Patty Chang  |  The Product Love

May 1 - June 20, 2009

Shot in Hangzhou, China and Los Angeles, The Product Love gravitates around the meeting between Walter Benjamin and the Chinese-American film actress Anna May Wong.

In 1928 Benjamin interviewed Anna May Wong for the German literary magazine Die Literarische Welt. In the article Benjamin asks Wong, “With what form of representation would you express yourself, if film was not available to you?” The actress answers with the expression touch wood, as in the superstitious expression “knock-on-wood”, to prevent an unwanted event from occurring. But in the article, “touch wood” is printed in English as “touch would.” 

In one of the video projections of The Product Love , three scholars translate Benjamin’s article. Upon arriving to the “touch would” passage, each of them translates the phrase differently. “The translators’ confusion of touching as a form of expression brings to my mind the idea of sex workers’ roles as “professional touchers.” – remarks Chang—“It also problematically frames Benjamin’s Freudian slip as a subconscious desire for Wong, or more generally, the West’s subconscious desire for the East. In this context, the use of “professional touchers” could be stand-ins for Wong, and the use of translators could be stand-ins for Benjamin.” In the other video projection, Chang employs the cinematic conventions and codes of a pornographic film starring Wong and Benjamin in China. Die Ware Liebe was a working title of Bertolt Brecht’s play The Good Person of Szechuan (1943) –notes Chang- An ethical question behind The Good Person of Szechuan is how a person could stay “good” in a capitalist society (or, as they prefer to say in China, “market driven society”).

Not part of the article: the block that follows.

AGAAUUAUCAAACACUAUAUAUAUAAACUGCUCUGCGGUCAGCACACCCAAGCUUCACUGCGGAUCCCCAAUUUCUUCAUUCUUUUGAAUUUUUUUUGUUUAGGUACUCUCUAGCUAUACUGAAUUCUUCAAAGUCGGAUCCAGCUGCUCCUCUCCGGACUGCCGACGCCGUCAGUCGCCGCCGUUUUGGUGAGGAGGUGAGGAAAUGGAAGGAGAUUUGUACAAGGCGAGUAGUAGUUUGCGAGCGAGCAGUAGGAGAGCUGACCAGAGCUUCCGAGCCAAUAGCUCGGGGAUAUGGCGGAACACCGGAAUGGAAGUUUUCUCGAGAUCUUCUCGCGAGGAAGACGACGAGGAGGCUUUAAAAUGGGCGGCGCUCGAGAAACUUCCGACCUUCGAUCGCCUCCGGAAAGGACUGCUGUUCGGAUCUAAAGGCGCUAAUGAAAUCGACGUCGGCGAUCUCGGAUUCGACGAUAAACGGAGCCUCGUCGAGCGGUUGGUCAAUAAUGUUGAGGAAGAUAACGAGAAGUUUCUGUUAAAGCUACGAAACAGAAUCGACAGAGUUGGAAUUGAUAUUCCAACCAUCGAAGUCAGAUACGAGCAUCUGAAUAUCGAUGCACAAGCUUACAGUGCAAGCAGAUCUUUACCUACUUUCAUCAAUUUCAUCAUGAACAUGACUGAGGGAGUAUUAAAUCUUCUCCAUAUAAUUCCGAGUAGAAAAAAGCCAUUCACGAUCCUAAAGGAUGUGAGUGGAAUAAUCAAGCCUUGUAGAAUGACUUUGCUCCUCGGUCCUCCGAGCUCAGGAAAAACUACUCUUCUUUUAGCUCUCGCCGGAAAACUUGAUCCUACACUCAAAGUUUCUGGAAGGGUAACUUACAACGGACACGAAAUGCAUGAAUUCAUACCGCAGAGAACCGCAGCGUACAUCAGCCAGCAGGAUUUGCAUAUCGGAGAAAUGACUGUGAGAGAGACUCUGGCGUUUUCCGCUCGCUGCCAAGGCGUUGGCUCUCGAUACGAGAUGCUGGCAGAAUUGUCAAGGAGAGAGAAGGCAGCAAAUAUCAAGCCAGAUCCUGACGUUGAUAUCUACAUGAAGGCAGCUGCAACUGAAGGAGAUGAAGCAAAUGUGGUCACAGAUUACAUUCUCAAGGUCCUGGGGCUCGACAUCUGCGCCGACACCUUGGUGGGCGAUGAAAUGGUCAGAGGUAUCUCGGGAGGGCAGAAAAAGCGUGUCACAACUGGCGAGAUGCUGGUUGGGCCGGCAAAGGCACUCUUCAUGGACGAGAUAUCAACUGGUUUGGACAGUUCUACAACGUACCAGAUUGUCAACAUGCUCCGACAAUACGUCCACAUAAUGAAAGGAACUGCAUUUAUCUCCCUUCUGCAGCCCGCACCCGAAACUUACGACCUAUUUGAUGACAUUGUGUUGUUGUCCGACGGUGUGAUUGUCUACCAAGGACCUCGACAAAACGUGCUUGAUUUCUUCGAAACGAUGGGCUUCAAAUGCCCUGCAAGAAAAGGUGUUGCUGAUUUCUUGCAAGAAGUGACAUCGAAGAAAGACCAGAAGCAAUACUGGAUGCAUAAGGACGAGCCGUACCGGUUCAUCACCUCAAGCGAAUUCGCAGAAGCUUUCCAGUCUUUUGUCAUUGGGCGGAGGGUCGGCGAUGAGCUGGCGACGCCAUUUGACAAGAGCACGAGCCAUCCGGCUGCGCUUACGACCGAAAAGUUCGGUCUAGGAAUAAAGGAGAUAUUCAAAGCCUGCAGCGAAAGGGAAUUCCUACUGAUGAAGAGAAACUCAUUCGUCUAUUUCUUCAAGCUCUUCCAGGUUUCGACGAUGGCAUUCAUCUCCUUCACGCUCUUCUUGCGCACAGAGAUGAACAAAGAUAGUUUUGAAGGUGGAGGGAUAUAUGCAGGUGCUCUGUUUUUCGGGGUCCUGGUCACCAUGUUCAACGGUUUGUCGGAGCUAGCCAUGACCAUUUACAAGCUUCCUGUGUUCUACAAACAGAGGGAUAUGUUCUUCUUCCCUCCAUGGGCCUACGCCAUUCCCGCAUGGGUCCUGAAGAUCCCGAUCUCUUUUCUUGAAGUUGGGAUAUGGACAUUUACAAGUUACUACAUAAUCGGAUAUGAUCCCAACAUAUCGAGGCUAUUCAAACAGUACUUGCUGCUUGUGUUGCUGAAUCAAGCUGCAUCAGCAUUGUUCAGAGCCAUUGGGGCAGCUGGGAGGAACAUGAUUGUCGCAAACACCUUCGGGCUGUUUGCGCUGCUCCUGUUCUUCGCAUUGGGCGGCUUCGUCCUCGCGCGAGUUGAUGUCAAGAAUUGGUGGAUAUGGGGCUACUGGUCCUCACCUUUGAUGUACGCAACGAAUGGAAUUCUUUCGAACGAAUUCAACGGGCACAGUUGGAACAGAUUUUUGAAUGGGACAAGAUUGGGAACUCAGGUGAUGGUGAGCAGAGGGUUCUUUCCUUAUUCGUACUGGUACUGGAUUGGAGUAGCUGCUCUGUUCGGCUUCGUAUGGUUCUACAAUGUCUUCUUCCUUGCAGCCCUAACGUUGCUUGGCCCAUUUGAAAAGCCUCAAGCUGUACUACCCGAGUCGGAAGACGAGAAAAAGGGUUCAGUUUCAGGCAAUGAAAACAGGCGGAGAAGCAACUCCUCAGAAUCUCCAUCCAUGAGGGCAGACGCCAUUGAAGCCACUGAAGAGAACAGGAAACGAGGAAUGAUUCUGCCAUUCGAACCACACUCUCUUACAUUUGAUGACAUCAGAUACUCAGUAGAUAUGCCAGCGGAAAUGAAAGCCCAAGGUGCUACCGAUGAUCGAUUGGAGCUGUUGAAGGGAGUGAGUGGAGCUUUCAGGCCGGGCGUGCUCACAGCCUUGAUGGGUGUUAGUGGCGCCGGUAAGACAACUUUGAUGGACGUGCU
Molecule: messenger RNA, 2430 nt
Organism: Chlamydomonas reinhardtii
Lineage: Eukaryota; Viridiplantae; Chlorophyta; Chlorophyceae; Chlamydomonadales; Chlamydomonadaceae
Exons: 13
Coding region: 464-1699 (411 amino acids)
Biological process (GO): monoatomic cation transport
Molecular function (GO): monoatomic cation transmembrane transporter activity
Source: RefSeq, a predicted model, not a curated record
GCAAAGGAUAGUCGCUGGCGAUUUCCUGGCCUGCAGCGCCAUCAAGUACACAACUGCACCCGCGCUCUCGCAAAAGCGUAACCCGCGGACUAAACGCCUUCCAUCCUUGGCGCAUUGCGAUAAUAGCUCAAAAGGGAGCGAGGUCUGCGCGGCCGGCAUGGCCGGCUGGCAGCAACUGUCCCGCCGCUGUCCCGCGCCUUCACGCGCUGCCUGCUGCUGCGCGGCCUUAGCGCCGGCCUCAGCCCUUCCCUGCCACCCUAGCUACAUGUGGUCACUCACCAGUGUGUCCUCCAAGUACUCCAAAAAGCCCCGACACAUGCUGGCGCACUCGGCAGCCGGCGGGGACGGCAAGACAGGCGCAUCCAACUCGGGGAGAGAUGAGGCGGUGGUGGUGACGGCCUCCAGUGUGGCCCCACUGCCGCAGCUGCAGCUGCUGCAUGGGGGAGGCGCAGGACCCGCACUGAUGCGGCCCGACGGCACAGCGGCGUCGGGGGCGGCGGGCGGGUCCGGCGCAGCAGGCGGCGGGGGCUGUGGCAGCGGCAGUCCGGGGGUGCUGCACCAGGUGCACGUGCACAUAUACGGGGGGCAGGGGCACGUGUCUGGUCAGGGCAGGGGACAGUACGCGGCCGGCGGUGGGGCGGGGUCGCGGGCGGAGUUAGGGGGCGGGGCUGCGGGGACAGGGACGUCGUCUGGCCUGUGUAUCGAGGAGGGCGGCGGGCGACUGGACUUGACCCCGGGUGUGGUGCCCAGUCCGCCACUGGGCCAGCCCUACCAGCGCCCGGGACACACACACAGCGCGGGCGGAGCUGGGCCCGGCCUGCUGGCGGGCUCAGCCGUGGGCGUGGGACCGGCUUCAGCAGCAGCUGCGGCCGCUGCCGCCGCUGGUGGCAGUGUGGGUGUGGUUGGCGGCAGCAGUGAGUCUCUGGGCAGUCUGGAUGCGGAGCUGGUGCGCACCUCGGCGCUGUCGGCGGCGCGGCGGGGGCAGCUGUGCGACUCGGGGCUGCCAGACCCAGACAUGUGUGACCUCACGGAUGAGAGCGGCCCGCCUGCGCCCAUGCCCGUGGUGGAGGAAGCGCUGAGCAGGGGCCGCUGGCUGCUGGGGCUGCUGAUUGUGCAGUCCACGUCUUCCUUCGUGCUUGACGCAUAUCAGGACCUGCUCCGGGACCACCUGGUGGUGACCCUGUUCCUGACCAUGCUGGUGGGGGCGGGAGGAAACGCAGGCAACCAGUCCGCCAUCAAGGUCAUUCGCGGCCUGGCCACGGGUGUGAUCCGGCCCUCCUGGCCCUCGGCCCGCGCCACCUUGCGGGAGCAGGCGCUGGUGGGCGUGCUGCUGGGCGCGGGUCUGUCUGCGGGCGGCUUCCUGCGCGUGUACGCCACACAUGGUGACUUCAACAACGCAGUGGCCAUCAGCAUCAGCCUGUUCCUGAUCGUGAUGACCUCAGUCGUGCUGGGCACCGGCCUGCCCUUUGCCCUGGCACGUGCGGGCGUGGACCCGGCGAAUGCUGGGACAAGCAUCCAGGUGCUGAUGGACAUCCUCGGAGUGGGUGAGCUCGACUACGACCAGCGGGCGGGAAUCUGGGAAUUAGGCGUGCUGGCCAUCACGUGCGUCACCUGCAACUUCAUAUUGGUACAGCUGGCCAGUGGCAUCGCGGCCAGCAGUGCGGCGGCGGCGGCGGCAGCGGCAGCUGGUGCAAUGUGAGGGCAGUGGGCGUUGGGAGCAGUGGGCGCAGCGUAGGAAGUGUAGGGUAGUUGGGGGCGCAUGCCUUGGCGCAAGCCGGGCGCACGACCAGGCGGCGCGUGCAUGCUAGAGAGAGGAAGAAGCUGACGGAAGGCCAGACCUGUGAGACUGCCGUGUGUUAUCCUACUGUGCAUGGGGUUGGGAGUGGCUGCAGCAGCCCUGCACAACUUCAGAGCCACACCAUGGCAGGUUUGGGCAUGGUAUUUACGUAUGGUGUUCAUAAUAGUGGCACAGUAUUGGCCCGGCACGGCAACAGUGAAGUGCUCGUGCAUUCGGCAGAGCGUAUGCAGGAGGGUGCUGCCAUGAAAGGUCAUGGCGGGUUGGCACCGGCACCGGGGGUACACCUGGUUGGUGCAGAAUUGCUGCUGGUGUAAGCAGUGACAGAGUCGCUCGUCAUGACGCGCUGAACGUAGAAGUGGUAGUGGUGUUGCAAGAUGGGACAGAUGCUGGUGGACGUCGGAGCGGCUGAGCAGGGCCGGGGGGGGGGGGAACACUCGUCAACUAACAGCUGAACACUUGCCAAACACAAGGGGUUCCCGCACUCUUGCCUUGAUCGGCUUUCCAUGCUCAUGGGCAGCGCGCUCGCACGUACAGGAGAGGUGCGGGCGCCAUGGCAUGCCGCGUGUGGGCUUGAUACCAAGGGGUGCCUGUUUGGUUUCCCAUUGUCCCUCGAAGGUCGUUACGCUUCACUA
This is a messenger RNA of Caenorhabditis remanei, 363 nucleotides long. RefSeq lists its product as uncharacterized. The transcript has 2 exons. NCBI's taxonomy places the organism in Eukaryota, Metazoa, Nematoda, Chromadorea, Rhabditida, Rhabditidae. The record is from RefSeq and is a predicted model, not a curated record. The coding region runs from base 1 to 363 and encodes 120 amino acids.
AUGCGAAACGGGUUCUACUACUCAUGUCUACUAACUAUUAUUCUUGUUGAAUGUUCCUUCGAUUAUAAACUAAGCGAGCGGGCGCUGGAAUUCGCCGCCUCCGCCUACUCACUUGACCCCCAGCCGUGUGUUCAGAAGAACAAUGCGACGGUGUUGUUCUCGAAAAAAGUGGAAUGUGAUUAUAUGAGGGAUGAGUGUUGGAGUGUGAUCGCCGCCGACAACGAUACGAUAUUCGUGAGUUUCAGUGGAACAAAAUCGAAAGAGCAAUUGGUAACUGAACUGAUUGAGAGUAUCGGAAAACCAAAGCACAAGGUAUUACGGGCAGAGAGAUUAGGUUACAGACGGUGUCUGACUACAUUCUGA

The actress who plays Wong in Touch Would is also a restaurant owner. She juggles her desire to be an actor with being a business owner within the changing economic landscape of China. By requiring Chinese television actors to perform the roles of Anna May Wong and Benjamin, the video reverses the common practice of early Hollywood of having all-white casts portray Asian characters in “yellowface.” It also situates the making of a pornographic film and soap opera within Wong’s authentic culture, thereby translating it from a Chinoiserie into a Western.

Patty Chang (San Francisco, 1972) lives and works in New York. Her work has been exhibited in international institutions and museums. In 2008 Chang was a nominee for the Hugo Boss Prize (Guggenheim Museum, NY). In the fall of 2008 Chang was the "Guna S. Mundheim Visual Arts Fellow” at the American Academy in Berlin.


Click here for the German press release